16 Mar 2021Blog

Towards sustainable, smooth and safe marine transport with artificial intelligence

Over 80% of the Finnish foreign trade is carried by sea. The supply chains have become increasingly complex and valuable. At the Nordic waters, winter sets extra challenges for maritime transport. In this story, we take a look at how we started to advance towards using artificial intelligence in AWS for just-in-time marine transport at the Nordic waters covered with ice.

Everything you see at the moment was most likely carried to you by maritime transport. The screen that shows this text, the clothes you have on, practically everything has been transported by a merchant vessel at some point in time in a complicated, international logistics chain. According to the statistics by the Finnish Customs, some 80-90% of the Finnish foreign trade is carried by sea. Marine transport is expected to even grow according to this report by the United Nations in 2019.

In Finland, the winter is coming. Every year. The seas are covered with ice. While the average number of days of sea ice coverage at the baltic sea is decreasing to 100-150 due to climate change, the Northern Sea Route (NSR) is opening up. There were 18 icebreakers assisting vessels passing NSR last summer. In Finland, we have several icebreakers operating at the Baltic Sea at the moment. A typical setting is that an icebreaker leads the vessels in an efficient convoy.

The distance between the vessels should be short since the ice field closes very quickly. If the distance is too long, an assisted vessel might get stuck into the ice. On the other hand, a very short distance is dangerous due to the risk of collisions that happen every winter in the Nordic waters.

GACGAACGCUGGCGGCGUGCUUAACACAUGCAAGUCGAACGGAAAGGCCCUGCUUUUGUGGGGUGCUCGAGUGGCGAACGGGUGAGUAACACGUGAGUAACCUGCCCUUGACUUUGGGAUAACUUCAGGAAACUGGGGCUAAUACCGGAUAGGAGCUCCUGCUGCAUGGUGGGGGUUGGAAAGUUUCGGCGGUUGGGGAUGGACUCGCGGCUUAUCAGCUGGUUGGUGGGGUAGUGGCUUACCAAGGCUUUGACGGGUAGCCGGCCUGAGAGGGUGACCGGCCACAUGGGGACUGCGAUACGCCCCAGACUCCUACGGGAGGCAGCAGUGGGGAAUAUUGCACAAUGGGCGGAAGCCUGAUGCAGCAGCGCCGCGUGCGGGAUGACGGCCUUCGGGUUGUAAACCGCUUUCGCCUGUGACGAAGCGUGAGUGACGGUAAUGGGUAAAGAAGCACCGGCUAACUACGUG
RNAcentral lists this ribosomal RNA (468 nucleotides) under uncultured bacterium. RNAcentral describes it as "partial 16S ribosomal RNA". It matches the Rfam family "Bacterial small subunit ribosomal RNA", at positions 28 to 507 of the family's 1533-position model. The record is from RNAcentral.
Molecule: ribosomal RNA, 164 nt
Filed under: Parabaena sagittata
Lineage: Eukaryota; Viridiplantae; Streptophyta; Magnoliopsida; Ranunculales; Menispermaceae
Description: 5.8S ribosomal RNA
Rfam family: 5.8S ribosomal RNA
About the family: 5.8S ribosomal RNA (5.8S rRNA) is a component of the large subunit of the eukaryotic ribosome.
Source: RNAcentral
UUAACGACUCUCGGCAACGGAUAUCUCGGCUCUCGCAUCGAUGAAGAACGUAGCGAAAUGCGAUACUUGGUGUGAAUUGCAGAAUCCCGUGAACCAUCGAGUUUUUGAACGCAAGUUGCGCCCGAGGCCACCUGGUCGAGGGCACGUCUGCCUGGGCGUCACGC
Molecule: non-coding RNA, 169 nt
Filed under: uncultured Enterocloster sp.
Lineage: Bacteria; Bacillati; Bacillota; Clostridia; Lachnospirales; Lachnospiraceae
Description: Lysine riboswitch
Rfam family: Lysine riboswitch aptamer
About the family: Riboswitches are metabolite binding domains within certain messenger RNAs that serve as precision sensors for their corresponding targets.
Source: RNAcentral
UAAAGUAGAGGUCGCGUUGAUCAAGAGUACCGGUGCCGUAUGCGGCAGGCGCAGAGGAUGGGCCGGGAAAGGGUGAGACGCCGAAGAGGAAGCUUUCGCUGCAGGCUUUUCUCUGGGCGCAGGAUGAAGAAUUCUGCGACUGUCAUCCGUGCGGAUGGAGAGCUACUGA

The following map animation captured from baltice.org shows how the icebreaker fleet works when a vessel suddenly gets stuck into the ice.

A merchant vessel (blue circle) approaches the ice field from the south. Suddenly, it gets stuck into the ice. The icebreakers (orange circles) assist the vessel and it is able to continue its voyage towards the destination port. Without icebreaker assistance, the northern ports would be closed during the wintertime.

AI to predict sudden stops of the vessels

In March 2018, we conducted an AI experiment with the Finnish Transport Infrastructure Agency (FTIA) based on open data in the Digitraffic service in co-operation with the University of Jyväskylä. As you may know, even 80% of all work done in AI experimentation is often about data cleaning, preprocessing and other data engineering tasks. That’s exactly what we did to train a regression model. We mined vessel location data, combined it to satellite images, and reconstructed one of the collisions at the sea. The question was: how could artificial intelligence (AI) help in predicting sudden stops of the vessels? The icebreaker fleet could benefit from such new information. It could:

  • optimise icebreaker movements
  • shorten extra waiting times of the vessels at the sea

To put it short, AI could help to make marine transport a bit more sustainable, smooth and safe. The intermodal logistics could be optimised better. For instance, road hauliers would benefit from better situational awareness at the sea. They could arrive at the port just-in-time. Moreover, a train transport can have a schedule where the train leaves from the port every other week.

The tool we used in the experiment was Amazon SageMaker. We imported the vessel location data into the tool. The condition data, for example, wind forecast and ice forecast, could then be combined with the vessel meta and location data on top of satellite images.

To hear more about the experiment, please join the Amazon Web Services (AWS) In Spotlight webinar to hear how artificial intelligence and machine learning helps to accelerate your cloud journey, allow you to create innovative services, and deliver better customer experiences. Neil Mackin, technical business manager at AWS, and Timo Lehtonen, senior software developer and an RDI data scientist at Solita Oy will share the latest trends, insights, and customer use cases.

The work has been done in two Solita Research projects, namely Gateway to Mercury Business and 4APIs. Solita Research is a continuum of Solita Science that was executed in 2015-2019. We have several ongoing research projects funded by Business Finland. In the future, we’ll bring the human into the loop as part of the AIGA project. Feel free to contact the author to hear more about Solita Research opportunities for you!